You Broke Your Own Metabolism

Today was a beautiful day in Seattle. It was mostly sunny in the upper 60s with no noticeable wind. In other words, it was a perfect day. Yet I looked around and I saw people wearing sweaters and jackets. I even saw 2 guys wearing wool caps. Unless you are The Edge, you shouldn’t be wearing a wool cap on a warm day.

Your body is fully capable of adapting to a wide range of temperatures. It wants to be challenged. Always living in 100% comfort does not provide the body with an opportunity to overcome minor risk-free stress. When you baby your metabolism, you lose the resiliency that is your birthright. If you are always reaching for a jacket and fear the cool breeze on your skin, how will you react when life throws you a major stressor?

The Edge by Jack Newton. This is the ONLY man on the planet who looks cool wearing a wool cap when it isn’t cold outside.

About a month ago, I got into a minor argument with someone about this very topic. I was told that I was able to withstand colder temperatures without a jacket because I have a fast metabolism. I told that person they had it backward. They have a slow metabolism because they’ve never given their body a temperature challenge to adapt to and as a result, it has efficiently slowed down. They aren’t just wearing a jacket because they are cold, they are cold because they are always wearing a jacket.

I’ve posted many times on my motivation and results for cold weather training. I was once like you. When I moved from San Diego to Seattle, I got damn cold damn quickly. I did something about it and now I am comfortable across a much wider range of temperatures.

When the body is exposed to colder temperatures, it learns to generate heat, provided you don’t interrupt that lesson.


Add yours

  1. I admit, I’m a wimp 🙂 but upper 60s sounds divine to me right now!! I often just wear a scarf– I find that keeping my neck warm is sufficient.

  2. @Jenn – Since you live in a warmer climate, I advise trying High Intensity Cold Weather Training. I believe you can get the benefits much quicker with brief cold shower rinses.

  3. MAS, I do not have a shower at home, only a bathtub. How would one go about what that ?
    PS I have stopped using soap and wash myself (hair and body) with salt since more then a year now.

  4. i had heaters on when it was winter,i dont now, i got my body to handle it by retraining it. it does work.

  5. do it it works

  6. @Ahrand – Get a freezer cold pack and place it between your shoulder blades and neck for 30 seconds. It should have the same effect.

  7. I’ve been taking public transit lately, and contrary to popular belief, sometimes San Diego is chilly in the mornings (boy I really wish I could quantify that with a numerical temp right now, MAS loves evidence!) … anyway, after a long time always having a sweater in such weather I’ve converted to no-sweater. The only exception — when I miss the sweater — is when I’m in an office or meeting room with AC set cold. I dislike not being able to bundle up when I’m not moving around.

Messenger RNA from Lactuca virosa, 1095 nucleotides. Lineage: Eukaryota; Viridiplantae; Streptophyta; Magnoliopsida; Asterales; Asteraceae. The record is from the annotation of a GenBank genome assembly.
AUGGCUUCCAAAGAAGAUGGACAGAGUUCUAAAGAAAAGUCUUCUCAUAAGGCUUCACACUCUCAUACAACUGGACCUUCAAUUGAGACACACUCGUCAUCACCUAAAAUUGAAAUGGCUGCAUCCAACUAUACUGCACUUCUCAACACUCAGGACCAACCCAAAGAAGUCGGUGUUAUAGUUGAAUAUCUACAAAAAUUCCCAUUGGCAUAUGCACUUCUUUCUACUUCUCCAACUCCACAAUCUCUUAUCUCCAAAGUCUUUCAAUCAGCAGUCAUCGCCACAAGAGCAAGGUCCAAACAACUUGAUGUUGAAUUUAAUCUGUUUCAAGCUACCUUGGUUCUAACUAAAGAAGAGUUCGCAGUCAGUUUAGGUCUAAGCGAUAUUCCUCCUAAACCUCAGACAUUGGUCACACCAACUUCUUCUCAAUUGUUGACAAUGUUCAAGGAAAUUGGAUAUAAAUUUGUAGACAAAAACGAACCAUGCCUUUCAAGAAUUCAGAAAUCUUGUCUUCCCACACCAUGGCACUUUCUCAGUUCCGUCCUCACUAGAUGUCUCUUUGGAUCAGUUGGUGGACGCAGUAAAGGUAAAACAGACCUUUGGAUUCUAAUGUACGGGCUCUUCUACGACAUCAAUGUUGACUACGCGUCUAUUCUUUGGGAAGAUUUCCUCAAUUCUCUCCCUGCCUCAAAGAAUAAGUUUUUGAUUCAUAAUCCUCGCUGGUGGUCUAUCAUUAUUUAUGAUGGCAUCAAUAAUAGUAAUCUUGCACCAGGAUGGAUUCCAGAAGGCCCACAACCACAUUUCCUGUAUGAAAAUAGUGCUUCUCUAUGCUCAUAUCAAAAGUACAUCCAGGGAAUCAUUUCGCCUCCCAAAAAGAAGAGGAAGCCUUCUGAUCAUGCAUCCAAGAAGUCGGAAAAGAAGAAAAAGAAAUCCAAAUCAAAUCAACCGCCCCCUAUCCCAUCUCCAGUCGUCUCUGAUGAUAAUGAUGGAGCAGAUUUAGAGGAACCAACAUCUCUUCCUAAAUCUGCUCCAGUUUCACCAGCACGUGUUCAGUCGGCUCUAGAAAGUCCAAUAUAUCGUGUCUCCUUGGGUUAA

8. @Joe – I know that cool morning temp in San Diego. It is chilly and perfect to for initial cold weather training. I agree about coupling movement with cold weather. There is something primal about both being cold and doing something about it. Being cold and stable is a recipe for being miserable.

  9. The Edge is a bald!

  10. “About a month ago, I got into a minor argument with someone about this very topic.”

    Love it. I picture you as almost like a Larry David character in a health-related sitcom wherein you get in random and arcane confrontations with people.

  11. @Thomas – I love that show.

    I’m pretty easy going. I’d rather learn from someone that lecture. Something about wearing jackets during warm weather just annoys me.

  12. “Something about wearing jackets during warm weather just annoys me.” – MAS

    That sounds like the beginning of a comedy bit. I can totally picture Larry David saying something like that.

    FYI: Most people are so self-involved that everyone around them could be naked or wearing gorilla costumes and they wouldn’t even notice.

  13. @Thomas – So true. So true.

  14. Um… Look, what you’re saying isn’t really true. Sick people, people who don’t have enough body fat, and older people can’t tolerate colder temperatures as well as others. You’re a young man and suffer from strong young man syndrome – just assuming that everyone is as healthy as you are when really they aren’t.

  15. @Angie – 2 thoughts:

    1- I once got cold very easily and would reach for the layers. Only when I stepped back and gradually lowered my coverage exposed myself more to cooler temps did my body start to throw off more heat. Although I was able to expand my comfort range quite a bit, the example I cited above was a pleasant day.

    2- The pattern I cited isn’t just for older or sicker people, but rampant across all ages.

    The purpose of these posts that address temperature are about increasing comfort and resiliency. Even if that is just 5 degrees.

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